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Viewing 40 posts - 1 through 40 (of 87 total)
  • Coed-y-Brenin and Bwlch Nant yr Arian at Risk ?
  • UK-FLATLANDER
    Full Member
    2
    Mintyjim
    Full Member

    Oh shit! I’ve not seen that. It’s a shame so many people do their best not to pay for parking.

    i guess, best worst case, would be that the trails continue but no visitor centre, think Brechfa.

    1
    UK-FLATLANDER
    Full Member

    I would imagine this would have a massive effect on the tourist income. I know when ever we head to places like that we spend on accommodation, cafes, pubs as well as supermarkets and other shops. 🤔

    15
    MoreCashThanDash
    Full Member

    It’s a shame so many people do their best not to pay for parking.

    I have never understood why people would think that was big or clever – parking is the least expensive bit of mountain biking, surely?

    14
    dc1988
    Full Member

    I think they just need to rebrand the parking charge as a trail maintenance charge and more people would pay it.

    2
    switchbacktrog
    Free Member

     I think CyB has perhaps been left behind a bit and hasn’t advanced with the capabilities of modern bikes and now needs some more technical features to compete with other venues.

    lister
    Full Member

    I doubt NRW will make any decisions in the near future; they are in the middle of a huge internal and external review of their recreation provision across the whole country. Nothing will change until that research creates a new policy for future investment*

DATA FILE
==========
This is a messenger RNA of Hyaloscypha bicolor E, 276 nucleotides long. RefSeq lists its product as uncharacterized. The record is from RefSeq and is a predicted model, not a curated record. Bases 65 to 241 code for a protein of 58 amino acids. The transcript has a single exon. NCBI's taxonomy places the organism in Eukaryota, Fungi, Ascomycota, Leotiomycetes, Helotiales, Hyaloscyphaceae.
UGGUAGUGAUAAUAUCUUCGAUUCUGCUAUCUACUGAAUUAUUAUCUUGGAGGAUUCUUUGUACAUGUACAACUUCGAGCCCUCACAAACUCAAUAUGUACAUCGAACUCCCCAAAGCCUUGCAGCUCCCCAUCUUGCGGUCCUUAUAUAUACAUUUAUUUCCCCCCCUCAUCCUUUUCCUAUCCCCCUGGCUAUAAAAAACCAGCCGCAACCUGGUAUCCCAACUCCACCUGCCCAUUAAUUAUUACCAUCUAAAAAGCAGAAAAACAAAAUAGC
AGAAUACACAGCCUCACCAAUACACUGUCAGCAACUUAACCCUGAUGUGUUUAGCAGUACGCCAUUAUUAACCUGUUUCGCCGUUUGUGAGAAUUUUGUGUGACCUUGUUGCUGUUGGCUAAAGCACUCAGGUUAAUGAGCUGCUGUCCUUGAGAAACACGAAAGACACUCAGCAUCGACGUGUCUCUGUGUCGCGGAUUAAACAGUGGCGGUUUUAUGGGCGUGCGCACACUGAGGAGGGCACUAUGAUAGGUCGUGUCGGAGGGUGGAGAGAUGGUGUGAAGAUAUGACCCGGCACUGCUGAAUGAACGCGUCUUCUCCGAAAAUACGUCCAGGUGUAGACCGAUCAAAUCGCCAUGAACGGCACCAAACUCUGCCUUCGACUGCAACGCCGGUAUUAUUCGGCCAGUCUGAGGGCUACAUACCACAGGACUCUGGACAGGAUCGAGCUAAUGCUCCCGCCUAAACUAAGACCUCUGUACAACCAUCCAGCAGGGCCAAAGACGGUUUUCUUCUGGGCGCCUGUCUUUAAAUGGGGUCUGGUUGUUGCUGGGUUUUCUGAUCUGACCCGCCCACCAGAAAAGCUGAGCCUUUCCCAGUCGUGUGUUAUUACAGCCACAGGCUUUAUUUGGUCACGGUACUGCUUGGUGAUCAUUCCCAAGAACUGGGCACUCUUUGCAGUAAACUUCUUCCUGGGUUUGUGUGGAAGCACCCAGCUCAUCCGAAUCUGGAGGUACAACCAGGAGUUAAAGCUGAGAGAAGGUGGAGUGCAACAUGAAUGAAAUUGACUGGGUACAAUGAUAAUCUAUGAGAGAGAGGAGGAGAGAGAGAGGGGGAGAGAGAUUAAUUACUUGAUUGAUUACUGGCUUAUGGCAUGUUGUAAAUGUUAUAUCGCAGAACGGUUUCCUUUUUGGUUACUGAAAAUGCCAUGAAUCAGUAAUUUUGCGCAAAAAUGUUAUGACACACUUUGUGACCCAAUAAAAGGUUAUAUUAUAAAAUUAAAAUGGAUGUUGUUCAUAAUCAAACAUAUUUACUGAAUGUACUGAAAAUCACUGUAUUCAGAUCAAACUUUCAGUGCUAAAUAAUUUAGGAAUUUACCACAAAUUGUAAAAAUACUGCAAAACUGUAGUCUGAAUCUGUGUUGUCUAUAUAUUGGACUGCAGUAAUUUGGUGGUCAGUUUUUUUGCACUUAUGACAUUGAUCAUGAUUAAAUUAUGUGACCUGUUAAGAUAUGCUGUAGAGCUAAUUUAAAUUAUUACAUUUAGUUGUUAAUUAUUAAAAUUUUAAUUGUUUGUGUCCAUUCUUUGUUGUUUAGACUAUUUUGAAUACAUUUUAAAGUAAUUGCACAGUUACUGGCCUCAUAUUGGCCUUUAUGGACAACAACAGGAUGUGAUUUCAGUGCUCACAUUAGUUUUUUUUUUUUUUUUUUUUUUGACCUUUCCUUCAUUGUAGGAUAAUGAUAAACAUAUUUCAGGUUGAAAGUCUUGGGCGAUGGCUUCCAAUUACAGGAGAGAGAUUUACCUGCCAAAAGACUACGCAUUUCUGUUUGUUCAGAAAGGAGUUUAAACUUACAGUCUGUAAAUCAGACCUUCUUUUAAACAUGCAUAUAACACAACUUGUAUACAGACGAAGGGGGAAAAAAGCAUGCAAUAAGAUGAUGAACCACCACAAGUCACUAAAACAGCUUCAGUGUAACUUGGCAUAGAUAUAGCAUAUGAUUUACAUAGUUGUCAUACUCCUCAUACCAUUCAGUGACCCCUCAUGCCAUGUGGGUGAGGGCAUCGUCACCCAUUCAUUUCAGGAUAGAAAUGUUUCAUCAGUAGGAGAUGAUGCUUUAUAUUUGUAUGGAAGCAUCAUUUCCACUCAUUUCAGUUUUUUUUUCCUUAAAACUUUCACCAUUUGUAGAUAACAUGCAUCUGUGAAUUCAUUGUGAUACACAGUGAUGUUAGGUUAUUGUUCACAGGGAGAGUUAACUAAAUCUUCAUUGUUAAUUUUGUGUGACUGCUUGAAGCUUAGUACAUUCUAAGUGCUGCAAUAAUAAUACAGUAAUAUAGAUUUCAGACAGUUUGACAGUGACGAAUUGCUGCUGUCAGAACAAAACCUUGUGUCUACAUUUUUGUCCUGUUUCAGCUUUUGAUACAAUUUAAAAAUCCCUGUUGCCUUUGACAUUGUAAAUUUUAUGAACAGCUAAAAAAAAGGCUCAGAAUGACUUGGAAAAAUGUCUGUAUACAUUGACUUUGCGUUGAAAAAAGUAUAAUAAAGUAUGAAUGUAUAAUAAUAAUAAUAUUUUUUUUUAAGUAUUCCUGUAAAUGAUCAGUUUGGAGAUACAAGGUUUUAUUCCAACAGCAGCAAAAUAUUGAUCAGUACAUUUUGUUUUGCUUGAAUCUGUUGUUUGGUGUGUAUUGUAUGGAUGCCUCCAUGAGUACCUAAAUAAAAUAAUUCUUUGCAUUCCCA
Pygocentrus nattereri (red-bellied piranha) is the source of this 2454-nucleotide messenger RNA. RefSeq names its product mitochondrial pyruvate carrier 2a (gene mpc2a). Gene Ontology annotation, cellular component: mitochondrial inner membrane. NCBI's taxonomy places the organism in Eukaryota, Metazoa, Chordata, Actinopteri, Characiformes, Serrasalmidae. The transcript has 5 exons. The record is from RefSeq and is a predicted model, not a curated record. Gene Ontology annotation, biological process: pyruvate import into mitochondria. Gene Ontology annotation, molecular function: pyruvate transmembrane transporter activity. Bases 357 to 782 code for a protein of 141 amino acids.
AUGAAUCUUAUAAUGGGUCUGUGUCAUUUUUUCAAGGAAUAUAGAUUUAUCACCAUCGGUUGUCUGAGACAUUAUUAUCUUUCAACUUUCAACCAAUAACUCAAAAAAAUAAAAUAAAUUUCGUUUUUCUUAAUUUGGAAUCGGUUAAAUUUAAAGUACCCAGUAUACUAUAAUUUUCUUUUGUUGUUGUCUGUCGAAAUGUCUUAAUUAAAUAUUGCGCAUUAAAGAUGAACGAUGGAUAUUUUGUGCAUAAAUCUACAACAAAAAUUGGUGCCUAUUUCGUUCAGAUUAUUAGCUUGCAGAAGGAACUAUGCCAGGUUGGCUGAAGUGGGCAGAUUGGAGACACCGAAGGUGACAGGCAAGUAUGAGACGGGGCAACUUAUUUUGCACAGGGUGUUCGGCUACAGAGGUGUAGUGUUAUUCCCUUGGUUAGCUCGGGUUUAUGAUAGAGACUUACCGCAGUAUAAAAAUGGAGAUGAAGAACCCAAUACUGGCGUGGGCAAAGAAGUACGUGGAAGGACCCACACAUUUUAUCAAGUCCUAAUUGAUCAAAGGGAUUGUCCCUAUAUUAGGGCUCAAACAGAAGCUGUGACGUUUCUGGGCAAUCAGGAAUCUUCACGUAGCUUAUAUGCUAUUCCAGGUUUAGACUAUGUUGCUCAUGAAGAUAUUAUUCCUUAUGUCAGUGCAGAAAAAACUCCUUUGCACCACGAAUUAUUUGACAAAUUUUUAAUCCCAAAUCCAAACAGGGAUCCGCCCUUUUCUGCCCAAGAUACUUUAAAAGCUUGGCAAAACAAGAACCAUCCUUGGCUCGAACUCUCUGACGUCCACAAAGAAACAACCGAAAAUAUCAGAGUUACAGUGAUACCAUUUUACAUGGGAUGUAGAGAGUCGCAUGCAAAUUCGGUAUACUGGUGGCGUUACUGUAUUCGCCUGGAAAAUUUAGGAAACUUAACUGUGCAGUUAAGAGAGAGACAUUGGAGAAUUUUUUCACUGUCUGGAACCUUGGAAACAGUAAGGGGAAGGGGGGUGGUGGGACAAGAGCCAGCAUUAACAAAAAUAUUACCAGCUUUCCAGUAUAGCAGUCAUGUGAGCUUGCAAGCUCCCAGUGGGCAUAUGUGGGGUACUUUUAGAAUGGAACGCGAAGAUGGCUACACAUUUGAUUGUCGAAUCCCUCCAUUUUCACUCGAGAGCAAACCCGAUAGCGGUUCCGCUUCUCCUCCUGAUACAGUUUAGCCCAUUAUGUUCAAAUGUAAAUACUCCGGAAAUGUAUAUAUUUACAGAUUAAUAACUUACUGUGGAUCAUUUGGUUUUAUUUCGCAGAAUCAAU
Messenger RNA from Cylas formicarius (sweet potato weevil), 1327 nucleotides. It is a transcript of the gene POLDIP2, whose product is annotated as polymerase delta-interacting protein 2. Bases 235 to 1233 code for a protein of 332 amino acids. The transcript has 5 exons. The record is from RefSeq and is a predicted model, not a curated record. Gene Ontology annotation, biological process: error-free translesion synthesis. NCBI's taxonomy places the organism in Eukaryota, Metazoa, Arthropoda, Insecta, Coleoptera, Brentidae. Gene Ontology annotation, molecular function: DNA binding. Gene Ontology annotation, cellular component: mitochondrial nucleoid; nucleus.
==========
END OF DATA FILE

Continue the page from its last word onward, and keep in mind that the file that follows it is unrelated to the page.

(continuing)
*I would assume!

    reluctantjumper
    Full Member

    Everywhere that NRW look after us under threat right now, the only trail centre that isn’t is Cwmcarn as it’s run by Caerphilly Council. NRW’s funding has been cut massively over the last decade so they’re having to do more with a lot less.

    I think CyB has perhaps been left behind a bit and hasn’t advanced with the capabilities of modern bikes and now needs some more technical features to compete with other venues.

    Apart from Y Slab on the original Red Bull trail and the skills zone nothing has been changed for seemingly decades. I’m up there every few months (not always with a bike) and have noticed that there are a lot more runners and elderly people out for a coffee than bikers in the carpark than there used to be. Still love riding there but it really doesn’t have any reason to draw in the new riders.

    1
    onewheelgood
    Full Member

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    3
    steelisideal
    Free Member

    MTB in the U.K. is absolutely thriving, go to the BPW car park on a Saturday and that’ll be clear.